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Not Always So: Practicing the True Spirit of Zen (2002)

by Shunryu Suzuki

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486651,777 (4.01)3
Practising the true spirit of Zen. Not Always So is based on Shunryu Suzuki's lectures and is framed in his own inimitable, allusive, paradoxical style, rich with unexpected and off-centre insights. Suzuki knew he was dying at the time of the lectures, which gives his thoughts an urgency and focus even sharper than in the earlier book. In Not Always So Suzuki once again voices Zen in everyday language with the vigour, sensitivity, and buoyancy of a true friend. Here is support and nourishment. Here is a mother and father lending a hand, but letting you find your own way. Here is guidance which empowers your freedom (or way-seeking mind), rather than pinning you down to directions and techniques. Here is teaching which encourages you to touch and know your true heart and to express yourself fully, teaching which is not teaching from outside, but a voice arising in your own being.… (more)
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» See also 3 mentions

English (5)  French (1)  All languages (6)
Showing 5 of 5
Lost in translation. ( )
  nfulks32 | Jul 17, 2020 |
This collection of dharma talks was deep and interesting reading. I read one talk nightly while on a seven day meditation retreat. When you cannot get a talk from your own teacher, it can be good to listen to the wisdom of others. ( )
1 vote AzureMountain | Sep 22, 2009 |
Suzuki is the patron "saint" of American Buddhism, and rightly so. This is a collection of his talks at various retreats and sesshins. There is nothing new here, but you get to hear it in different forms. This is not as polished a book as [Zen Mind Beginner's Mind], and I found some parts were not as well thought out as others, as if he were speaking off the cuff and it accidently got recorded. Perhaps it could have used better editing. ( )
1 vote Arctic-Stranger | Jan 4, 2008 |
I bet a fly couldn't land on his head without slipping off ~ zooooo ! ( )
  Baku-X | Jan 10, 2017 |
I bet a fly couldn't land on his head without slipping off ~ zooooo ! ( )
  BakuDreamer | Sep 7, 2013 |
Showing 5 of 5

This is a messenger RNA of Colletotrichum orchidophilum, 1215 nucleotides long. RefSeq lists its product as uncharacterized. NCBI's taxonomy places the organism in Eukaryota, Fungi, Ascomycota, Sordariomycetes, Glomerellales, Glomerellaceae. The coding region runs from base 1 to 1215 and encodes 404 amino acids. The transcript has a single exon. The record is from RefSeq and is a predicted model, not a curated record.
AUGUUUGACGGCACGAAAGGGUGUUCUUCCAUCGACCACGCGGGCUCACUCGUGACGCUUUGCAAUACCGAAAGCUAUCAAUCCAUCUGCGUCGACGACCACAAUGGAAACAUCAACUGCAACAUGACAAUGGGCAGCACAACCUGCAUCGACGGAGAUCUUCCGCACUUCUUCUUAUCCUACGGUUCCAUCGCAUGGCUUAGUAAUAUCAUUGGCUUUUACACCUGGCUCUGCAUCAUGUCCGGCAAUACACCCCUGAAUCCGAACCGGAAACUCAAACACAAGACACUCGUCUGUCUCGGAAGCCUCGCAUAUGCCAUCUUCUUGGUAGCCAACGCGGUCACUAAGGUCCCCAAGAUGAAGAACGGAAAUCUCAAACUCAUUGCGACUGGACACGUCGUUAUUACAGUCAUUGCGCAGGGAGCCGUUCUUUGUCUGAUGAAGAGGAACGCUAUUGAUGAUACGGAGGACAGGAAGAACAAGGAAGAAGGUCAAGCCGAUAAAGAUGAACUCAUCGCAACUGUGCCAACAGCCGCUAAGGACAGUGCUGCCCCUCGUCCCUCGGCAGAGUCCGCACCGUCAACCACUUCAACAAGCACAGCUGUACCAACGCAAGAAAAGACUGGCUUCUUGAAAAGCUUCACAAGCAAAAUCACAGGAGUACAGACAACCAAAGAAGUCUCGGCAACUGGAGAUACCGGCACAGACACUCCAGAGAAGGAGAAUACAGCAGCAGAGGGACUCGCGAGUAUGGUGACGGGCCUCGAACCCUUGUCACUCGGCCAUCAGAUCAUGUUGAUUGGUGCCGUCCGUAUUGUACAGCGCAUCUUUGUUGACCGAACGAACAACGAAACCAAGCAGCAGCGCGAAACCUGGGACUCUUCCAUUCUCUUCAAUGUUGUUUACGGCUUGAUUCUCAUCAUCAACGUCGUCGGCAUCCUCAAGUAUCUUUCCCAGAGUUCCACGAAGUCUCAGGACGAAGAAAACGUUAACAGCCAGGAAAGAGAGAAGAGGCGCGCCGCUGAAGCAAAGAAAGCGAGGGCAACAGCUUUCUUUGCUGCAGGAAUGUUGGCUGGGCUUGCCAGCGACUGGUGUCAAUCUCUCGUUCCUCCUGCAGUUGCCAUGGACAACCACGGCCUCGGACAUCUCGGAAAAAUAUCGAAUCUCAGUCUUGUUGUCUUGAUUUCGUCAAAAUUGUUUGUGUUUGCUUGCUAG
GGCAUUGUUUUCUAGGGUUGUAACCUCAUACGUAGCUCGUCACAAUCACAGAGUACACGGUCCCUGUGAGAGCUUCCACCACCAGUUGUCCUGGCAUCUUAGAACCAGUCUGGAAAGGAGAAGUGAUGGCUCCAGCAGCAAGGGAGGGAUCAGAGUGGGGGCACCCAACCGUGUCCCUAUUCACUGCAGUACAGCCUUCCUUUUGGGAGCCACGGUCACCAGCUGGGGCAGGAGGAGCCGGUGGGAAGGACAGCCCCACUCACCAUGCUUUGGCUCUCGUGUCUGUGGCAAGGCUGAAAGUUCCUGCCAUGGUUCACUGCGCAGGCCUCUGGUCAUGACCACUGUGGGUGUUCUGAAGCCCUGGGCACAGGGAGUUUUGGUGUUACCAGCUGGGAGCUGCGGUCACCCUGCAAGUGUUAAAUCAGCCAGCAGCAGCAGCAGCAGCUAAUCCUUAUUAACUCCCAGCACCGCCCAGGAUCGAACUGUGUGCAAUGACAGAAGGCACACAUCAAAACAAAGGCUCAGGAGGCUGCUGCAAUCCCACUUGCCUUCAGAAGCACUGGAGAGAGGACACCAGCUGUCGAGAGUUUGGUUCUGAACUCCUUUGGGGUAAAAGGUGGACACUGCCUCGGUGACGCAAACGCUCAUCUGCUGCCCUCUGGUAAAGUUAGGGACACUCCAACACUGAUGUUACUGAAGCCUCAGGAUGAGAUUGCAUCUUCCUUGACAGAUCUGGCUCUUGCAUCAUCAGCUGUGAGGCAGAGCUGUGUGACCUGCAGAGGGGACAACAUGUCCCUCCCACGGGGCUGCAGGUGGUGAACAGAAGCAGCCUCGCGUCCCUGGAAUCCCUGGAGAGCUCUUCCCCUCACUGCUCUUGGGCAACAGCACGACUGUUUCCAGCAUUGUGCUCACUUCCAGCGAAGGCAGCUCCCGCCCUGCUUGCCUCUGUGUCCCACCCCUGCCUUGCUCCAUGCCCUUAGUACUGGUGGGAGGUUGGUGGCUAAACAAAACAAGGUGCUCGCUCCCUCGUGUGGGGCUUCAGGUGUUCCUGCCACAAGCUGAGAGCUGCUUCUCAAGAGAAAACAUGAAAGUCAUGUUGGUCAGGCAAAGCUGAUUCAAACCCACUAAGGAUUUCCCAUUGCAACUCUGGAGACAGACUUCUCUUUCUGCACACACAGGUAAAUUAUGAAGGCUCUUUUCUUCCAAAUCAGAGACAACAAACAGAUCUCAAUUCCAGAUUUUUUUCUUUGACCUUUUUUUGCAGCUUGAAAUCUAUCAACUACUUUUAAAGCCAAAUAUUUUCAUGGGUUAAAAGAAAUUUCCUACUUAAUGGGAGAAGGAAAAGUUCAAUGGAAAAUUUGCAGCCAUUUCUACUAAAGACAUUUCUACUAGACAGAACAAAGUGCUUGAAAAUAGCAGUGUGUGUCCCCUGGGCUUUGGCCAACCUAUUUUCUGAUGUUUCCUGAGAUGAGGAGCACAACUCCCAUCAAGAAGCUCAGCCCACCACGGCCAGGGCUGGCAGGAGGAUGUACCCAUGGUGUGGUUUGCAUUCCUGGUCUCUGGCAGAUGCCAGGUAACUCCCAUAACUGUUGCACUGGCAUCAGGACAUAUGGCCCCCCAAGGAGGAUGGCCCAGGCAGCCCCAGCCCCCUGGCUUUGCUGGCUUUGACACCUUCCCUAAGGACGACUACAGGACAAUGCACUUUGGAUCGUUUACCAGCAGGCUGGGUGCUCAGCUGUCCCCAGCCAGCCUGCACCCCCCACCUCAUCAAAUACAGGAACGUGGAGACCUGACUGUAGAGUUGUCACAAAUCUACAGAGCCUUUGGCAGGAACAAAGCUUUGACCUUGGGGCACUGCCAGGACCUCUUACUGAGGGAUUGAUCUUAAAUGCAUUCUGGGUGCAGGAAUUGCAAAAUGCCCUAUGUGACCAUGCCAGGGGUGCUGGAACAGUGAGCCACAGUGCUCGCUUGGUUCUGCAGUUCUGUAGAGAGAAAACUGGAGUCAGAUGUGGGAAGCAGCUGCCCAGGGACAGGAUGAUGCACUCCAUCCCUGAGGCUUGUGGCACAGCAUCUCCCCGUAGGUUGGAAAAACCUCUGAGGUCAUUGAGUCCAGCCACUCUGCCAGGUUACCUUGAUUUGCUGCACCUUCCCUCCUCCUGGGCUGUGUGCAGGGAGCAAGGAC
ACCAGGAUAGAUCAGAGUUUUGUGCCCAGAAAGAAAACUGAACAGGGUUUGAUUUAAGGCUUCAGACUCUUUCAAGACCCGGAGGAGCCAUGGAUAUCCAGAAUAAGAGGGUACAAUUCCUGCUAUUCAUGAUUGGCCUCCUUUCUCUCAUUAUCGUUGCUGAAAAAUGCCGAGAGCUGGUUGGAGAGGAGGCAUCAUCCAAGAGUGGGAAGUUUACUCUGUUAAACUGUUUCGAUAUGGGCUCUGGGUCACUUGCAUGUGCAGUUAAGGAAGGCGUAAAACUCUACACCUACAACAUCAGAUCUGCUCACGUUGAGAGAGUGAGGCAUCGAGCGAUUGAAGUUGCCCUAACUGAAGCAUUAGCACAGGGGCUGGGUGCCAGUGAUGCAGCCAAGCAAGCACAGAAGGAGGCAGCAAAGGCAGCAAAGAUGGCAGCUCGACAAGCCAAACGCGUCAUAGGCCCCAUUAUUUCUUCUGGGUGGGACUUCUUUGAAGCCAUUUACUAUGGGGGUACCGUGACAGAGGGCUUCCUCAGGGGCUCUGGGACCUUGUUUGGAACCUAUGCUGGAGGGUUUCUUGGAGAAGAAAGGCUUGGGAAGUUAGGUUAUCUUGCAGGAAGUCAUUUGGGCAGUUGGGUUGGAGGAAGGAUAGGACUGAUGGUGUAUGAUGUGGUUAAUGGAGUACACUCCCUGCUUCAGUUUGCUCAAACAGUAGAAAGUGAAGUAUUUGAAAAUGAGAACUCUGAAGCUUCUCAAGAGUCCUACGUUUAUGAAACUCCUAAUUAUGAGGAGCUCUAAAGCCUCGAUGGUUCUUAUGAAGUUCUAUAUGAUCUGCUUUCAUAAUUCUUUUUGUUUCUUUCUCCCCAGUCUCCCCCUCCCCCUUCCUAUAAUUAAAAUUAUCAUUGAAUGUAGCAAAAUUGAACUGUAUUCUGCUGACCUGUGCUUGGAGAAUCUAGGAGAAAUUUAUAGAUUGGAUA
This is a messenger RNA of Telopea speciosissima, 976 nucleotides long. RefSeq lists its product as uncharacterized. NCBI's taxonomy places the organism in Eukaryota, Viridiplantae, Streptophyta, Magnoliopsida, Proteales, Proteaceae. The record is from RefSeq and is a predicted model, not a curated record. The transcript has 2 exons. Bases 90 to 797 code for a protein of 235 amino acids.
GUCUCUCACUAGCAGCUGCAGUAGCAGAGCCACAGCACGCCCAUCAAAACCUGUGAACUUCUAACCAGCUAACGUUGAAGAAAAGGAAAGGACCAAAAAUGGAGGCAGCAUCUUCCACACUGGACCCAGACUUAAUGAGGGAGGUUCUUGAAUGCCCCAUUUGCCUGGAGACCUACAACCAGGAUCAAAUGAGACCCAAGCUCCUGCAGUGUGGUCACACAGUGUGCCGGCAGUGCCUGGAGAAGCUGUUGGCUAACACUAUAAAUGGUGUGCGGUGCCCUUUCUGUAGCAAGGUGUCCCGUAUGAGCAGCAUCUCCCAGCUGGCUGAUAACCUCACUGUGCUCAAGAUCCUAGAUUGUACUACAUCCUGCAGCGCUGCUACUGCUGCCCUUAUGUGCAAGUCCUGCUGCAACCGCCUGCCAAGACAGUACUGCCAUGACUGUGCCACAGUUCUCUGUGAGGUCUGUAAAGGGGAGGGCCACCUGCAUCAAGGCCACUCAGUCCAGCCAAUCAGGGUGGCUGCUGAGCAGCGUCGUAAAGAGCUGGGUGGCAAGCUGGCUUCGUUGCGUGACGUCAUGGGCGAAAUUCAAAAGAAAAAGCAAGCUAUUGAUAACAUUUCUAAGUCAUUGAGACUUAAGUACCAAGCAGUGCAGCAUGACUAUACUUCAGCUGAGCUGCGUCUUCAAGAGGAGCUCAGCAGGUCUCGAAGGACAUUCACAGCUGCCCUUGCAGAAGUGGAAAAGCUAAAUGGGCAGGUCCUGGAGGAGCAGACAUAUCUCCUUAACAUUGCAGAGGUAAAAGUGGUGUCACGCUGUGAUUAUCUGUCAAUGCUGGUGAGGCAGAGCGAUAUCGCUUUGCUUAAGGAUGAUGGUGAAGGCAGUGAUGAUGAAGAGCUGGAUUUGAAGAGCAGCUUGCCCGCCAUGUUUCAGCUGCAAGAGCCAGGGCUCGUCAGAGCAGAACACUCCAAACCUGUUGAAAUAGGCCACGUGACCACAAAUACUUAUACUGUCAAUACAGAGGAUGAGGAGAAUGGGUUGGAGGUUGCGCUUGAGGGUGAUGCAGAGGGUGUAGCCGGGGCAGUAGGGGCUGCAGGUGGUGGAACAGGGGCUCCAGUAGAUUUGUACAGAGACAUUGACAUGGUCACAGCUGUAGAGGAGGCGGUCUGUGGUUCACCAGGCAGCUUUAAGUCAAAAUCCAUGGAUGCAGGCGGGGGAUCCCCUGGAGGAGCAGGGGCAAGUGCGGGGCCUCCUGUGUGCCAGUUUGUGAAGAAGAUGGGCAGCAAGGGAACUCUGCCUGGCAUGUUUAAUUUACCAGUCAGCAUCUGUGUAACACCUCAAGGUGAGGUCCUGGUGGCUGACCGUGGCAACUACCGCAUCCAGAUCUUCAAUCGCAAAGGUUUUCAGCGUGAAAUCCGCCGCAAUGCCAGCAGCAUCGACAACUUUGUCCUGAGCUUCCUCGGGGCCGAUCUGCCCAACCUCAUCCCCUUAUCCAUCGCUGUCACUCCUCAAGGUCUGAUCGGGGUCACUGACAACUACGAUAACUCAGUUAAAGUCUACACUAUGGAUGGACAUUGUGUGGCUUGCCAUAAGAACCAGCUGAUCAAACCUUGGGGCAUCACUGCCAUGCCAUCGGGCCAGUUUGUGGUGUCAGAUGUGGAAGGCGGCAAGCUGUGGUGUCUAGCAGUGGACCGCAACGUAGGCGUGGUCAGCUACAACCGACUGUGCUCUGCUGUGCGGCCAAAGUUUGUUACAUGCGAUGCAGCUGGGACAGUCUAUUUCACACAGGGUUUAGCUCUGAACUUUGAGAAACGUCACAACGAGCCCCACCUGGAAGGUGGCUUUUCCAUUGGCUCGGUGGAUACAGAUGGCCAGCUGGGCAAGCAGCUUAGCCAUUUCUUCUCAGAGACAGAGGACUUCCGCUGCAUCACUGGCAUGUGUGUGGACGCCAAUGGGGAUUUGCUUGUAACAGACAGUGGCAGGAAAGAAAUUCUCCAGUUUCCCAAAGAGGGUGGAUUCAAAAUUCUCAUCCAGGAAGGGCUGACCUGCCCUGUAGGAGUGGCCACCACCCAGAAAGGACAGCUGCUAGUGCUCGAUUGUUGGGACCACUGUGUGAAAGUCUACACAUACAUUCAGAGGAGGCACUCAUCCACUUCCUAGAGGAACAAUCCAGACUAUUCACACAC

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Practising the true spirit of Zen. Not Always So is based on Shunryu Suzuki's lectures and is framed in his own inimitable, allusive, paradoxical style, rich with unexpected and off-centre insights. Suzuki knew he was dying at the time of the lectures, which gives his thoughts an urgency and focus even sharper than in the earlier book. In Not Always So Suzuki once again voices Zen in everyday language with the vigour, sensitivity, and buoyancy of a true friend. Here is support and nourishment. Here is a mother and father lending a hand, but letting you find your own way. Here is guidance which empowers your freedom (or way-seeking mind), rather than pinning you down to directions and techniques. Here is teaching which encourages you to touch and know your true heart and to express yourself fully, teaching which is not teaching from outside, but a voice arising in your own being.

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Book description
« Votre culture est basée sur l’idée de progrès personnel. (…) Vous essayez toujours d’améliorer quelque chose. Peut-être la plupart d’entre vous s’assoient-ils pour améliorer leur zazen, mais les bouddhistes ne font pas grand cas de l’idée de progrès. En pratiquant zazen dans le but de vous améliorer, vous tentez peut-être de vous connaître d’un point de vue plutôt psychologique. (…) Dans le zen, nous comprenons le moi d’une manière bien différente ».
Avec la simplicité, l’humour et le bon sens qui ont fait le succès de Esprit zen, esprit neuf, les causeries réunies dans cet ouvrage invitent à saisir, au-delà des mots, le véritable esprit de la pratique zen. Aussi éclairantes pour les novices que pour les maîtres, elles ne sont jamais dogmatiques mais toujours incitatives: pédagogue exceptionnel, Suzuki s’attarde sur l’expérience, dédramatise les obstacles, sans jamais réduire la pratique à une technique. À travers une approche intime de la méditation, étendue à la vie entière, il nous appelle avec tendresse et fermeté à trouver notre voie. Sage et inspirant, ce livre est un guide formidable our qui cherche la plénitude spirituelle.
Traduit de l’anglais (Etats-Unis) par Daniel RochePréface d’Eric Rommeluère
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